Nora Eccles Harrison Cardiovascular Research & Training Institute

Exploring the Genetics of ARVC Cardiomyopathy

Gene picture

Arrhythmogenic right ventricular cardiomyopathy (ARVC) is a heart condition that can be deadly but is, thankfully, quite rare. This condition involves the heart muscle being replaced by fatty and fibrous tissue, which can lead to heart failure and arrhythmias. One of the things that stands out about ARVC cardiomyopathy is that it can be inherited. Mutations in some genes play a major role in how ARVC or arrhythmogenic right ventricular cardiomyopathy develops. Today, we’ll be looking at the genetic aspects of this disease, including gene mutations, genetic testing, and disease progression.

ARVC Gene Mutation

Most of the gene mutations related to ARVC cardiomyopathy encode proteins of the cardiac desmosome. This is a component that helps keep the structural integrity of the cardiac muscle cells intact. These proteins are essential for cell-to-cell adhesion and mechanical connections between adjacent cells located in the heart. When these genes experience a mutation, this disrupts the functioning of the desmosome, which causes cardiac muscle cells to detach and be replaced by fatty and fibrous cells.

Many genes have been considered for ARVC cardiomyopathy, such as JUP, PKP2, DSP, DSC2, and DSG2. The most common genetics mutations are found in the PKP2 gene, and these make up 40 or 50% of all cases of ARVC. PKP2 encodes plakophilin-2, which is important for the integrity of the structure of cardiac cells. Gene mutations disrupt normal interactions between desmosome proteins to create the changes seen in arrhythmogenic right ventricular cardiomyopathy.

While the most common genetic cause of this disease is a mutation to these genes, that doesn’t mean everyone with a mutation develops ARVC cardiomyopathy. Modifier genes, environmental factors, and other genetic differences also play a part in whether someone develops this disease.

ARVC Genetic Testing

Genetic testing is one of the most vital parts of diagnosing and managing ARVC, especially when there is a family history of the condition. Determining what genetic mutations are in place helps determine if the issue is ARVC, guides management of the issue, and creates a starting point for genetic counseling among family members who may be at risk for the disease.

Most of the genetic testing for ARVC cardiomyopathy involves sequencing the genes related to the condition. 

Next-generation sequencing options have been a huge innovation in genetic testing so multiple genes can be tested quickly and effectively. In addition to finding these gene mutations, genetic testing can also find other variants to be investigated.

If a family has a known ARVC-related gene mutation, genetic testing is useful for predictive testing for anyone who is at risk of the condition. This creates earlier identification for those who might develop ARVC, allowing for quicker monitoring and interventions that can cut down on the potential complications of the condition.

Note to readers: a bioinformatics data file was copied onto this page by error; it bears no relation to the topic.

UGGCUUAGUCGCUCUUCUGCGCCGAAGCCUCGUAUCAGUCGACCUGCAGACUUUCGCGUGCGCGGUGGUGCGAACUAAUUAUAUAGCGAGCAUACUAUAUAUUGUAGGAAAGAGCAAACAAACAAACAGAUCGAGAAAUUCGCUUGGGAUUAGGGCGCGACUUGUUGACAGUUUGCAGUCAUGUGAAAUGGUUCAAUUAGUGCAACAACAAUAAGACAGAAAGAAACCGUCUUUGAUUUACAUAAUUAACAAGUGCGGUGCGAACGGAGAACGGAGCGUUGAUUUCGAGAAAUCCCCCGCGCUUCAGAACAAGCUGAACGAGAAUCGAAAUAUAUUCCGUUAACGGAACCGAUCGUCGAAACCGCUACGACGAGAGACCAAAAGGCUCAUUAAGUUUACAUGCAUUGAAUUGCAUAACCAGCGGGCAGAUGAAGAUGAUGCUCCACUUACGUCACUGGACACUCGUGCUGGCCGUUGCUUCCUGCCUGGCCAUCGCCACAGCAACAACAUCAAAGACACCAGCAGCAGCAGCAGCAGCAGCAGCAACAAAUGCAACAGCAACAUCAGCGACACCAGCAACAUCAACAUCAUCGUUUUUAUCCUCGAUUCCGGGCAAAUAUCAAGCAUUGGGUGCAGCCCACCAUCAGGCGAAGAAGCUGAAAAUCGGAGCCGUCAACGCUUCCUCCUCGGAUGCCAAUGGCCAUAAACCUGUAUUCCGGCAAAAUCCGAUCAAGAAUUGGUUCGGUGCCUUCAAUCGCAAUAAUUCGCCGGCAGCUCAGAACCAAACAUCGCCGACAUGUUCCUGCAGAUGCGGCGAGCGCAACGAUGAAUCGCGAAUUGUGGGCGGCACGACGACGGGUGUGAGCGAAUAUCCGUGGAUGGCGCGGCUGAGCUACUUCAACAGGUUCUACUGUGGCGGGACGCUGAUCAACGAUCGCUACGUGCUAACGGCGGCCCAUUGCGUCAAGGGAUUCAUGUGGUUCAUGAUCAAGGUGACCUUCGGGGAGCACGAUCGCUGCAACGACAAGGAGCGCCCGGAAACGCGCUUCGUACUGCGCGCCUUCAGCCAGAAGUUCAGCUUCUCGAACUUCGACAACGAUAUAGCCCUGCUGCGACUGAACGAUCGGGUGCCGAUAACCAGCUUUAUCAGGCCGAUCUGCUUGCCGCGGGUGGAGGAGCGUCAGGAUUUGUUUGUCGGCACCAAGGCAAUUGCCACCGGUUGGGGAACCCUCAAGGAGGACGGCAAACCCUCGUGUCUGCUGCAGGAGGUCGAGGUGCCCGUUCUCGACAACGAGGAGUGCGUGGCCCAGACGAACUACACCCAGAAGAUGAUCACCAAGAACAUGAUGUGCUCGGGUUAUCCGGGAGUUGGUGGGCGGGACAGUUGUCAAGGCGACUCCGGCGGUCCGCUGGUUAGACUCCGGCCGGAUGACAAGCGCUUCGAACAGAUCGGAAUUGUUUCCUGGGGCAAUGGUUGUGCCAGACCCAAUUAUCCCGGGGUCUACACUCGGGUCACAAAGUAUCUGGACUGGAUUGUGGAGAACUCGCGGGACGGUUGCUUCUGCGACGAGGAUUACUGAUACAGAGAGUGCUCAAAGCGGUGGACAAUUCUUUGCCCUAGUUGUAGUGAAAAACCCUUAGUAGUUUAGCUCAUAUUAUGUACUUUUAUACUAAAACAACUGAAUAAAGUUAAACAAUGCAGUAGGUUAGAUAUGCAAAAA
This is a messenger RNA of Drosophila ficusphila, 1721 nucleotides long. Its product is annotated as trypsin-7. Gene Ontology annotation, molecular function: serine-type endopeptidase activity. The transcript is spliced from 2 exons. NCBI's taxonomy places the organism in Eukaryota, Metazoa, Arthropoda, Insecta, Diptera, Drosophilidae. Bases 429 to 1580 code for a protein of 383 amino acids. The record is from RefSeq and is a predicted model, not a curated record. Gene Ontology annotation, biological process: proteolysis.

Genetic counseling is a huge part of ARVC cardiomyopathy. Counselors work with families and individuals to help them better understand the implications of genetic tests and their results. This includes the risks of developing arrhythmogenic right ventricular cardiomyopathy, choices for management and surveillance, and the potential to pass the mutation on to future generations of family members.

How Fast Does ARVD Progress?

The progression of ARVC (also known as ARVD) can vary between individuals. Some people will have only mild symptoms, while others might have complications that qualify as life-threatening. The rate at which the heart disease progresses also depends on various factors, such as individual risk factors, environmental influences, and specific genetic mutations.

Some factors might cause ARVC cardiomyopathy to accelerate more than expected. These include a family history of sudden cardiac death, some genetic mutations associated with severe forms of the condition, and risk factors like the use of certain medications or going through endurance exercise.

Early detection followed by intervention is a must to manage ARVC and reduce the risk that complications will happen. Having regular cardiac monitoring is essential. This includes echocardiograms, electrocardiograms, and cardiac MRI scans. All of these can detect heart structure and function changes related to ARVC. Antiarrhythmic drugs and beta-blockers are also often used to reduce risks and control symptoms.

Sometimes, a person with advanced ARVC may need to look at more aggressive treatment options in the hospital, such as implantable cardioverter defibrillators. They can be used to prevent sudden cardiac arrest or heart transplantation for end-stage heart failure.

Final Thoughts

ARVC cardiomyopathy is complicated and can be serious. It also has a genetic component to be aware of. Mutations to the desmosome genes have a part in the development of this condition, but the progression is influenced by several factors. Genetic testing and counseling are both tools used to diagnose ARVC, identify who is at risk, and guide needed clinical management.